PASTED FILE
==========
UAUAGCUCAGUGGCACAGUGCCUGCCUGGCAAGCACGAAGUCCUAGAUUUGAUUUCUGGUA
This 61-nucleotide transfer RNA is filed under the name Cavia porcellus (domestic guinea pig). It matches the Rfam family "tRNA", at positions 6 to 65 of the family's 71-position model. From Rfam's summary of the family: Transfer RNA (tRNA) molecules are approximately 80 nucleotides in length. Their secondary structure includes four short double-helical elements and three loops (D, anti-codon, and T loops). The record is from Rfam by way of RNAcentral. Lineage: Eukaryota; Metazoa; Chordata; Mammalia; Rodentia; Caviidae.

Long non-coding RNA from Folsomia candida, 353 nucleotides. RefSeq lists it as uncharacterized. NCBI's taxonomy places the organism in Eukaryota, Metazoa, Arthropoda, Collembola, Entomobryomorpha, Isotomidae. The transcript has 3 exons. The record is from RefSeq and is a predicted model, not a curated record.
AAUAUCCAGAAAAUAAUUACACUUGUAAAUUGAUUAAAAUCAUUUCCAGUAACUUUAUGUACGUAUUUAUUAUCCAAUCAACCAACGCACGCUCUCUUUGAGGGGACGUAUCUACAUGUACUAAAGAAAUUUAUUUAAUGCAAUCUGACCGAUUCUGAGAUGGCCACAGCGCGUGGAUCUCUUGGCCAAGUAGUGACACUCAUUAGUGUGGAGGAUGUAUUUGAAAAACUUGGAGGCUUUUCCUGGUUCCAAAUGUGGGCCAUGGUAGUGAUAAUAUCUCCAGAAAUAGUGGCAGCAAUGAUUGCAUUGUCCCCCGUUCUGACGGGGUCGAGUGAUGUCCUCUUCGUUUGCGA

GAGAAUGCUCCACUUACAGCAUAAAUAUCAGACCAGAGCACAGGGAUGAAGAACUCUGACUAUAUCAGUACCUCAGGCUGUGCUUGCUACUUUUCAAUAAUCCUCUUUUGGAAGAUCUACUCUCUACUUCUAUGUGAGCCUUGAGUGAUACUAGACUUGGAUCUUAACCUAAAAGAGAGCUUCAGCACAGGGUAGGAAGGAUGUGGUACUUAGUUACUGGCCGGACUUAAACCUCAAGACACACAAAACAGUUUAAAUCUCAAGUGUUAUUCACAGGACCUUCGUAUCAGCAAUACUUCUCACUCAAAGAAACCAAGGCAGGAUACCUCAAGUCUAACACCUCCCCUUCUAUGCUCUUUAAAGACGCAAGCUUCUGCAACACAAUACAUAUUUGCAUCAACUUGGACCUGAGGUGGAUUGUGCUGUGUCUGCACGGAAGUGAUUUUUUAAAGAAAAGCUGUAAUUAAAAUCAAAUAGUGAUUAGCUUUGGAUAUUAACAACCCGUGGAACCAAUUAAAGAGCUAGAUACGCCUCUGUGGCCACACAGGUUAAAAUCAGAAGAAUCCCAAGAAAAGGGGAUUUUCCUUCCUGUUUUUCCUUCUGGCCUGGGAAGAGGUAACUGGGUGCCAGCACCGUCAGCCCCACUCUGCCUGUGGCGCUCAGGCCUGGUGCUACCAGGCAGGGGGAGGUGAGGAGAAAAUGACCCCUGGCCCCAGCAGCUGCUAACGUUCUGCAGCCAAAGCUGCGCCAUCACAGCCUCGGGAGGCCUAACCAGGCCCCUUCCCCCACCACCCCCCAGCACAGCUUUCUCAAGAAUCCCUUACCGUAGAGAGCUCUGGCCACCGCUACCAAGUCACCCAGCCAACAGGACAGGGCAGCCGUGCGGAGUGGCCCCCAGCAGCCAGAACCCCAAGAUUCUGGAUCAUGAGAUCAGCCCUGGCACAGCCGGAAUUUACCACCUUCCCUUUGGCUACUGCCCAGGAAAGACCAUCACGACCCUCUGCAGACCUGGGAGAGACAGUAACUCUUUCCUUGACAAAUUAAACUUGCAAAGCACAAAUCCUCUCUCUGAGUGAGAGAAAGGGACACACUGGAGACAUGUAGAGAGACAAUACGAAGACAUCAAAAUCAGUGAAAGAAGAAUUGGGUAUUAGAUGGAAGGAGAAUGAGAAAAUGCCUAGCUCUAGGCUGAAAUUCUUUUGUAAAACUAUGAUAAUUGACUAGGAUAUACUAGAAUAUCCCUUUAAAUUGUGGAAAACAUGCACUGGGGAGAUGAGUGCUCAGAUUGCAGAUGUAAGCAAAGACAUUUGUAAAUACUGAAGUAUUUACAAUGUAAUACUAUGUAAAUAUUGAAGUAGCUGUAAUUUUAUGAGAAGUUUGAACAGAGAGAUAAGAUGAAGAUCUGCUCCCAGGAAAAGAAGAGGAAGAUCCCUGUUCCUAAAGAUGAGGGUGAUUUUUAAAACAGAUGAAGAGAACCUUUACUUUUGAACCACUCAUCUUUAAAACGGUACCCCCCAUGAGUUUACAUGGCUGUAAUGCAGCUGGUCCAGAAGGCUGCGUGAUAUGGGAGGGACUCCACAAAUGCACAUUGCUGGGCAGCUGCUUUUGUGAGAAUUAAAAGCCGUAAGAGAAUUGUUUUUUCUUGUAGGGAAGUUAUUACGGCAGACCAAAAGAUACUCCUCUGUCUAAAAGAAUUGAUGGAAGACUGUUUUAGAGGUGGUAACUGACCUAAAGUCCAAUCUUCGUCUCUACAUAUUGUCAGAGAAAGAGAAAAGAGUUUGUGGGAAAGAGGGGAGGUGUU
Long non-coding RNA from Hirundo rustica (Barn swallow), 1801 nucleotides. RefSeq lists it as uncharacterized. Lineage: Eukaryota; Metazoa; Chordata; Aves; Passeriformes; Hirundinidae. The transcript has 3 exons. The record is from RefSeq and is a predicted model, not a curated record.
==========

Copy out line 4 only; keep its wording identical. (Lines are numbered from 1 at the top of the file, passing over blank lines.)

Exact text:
AAUAUCCAGAAAAUAAUUACACUUGUAAAUUGAUUAAAAUCAUUUCCAGUAACUUUAUGUACGUAUUUAUUAUCCAAUCAACCAACGCACGCUCUCUUUGAGGGGACGUAUCUACAUGUACUAAAGAAAUUUAUUUAAUGCAAUCUGACCGAUUCUGAGAUGGCCACAGCGCGUGGAUCUCUUGGCCAAGUAGUGACACUCAUUAGUGUGGAGGAUGUAUUUGAAAAACUUGGAGGCUUUUCCUGGUUCCAAAUGUGGGCCAUGGUAGUGAUAAUAUCUCCAGAAAUAGUGGCAGCAAUGAUUGCAUUGUCCCCCGUUCUGACGGGGUCGAGUGAUGUCCUCUUCGUUUGCGA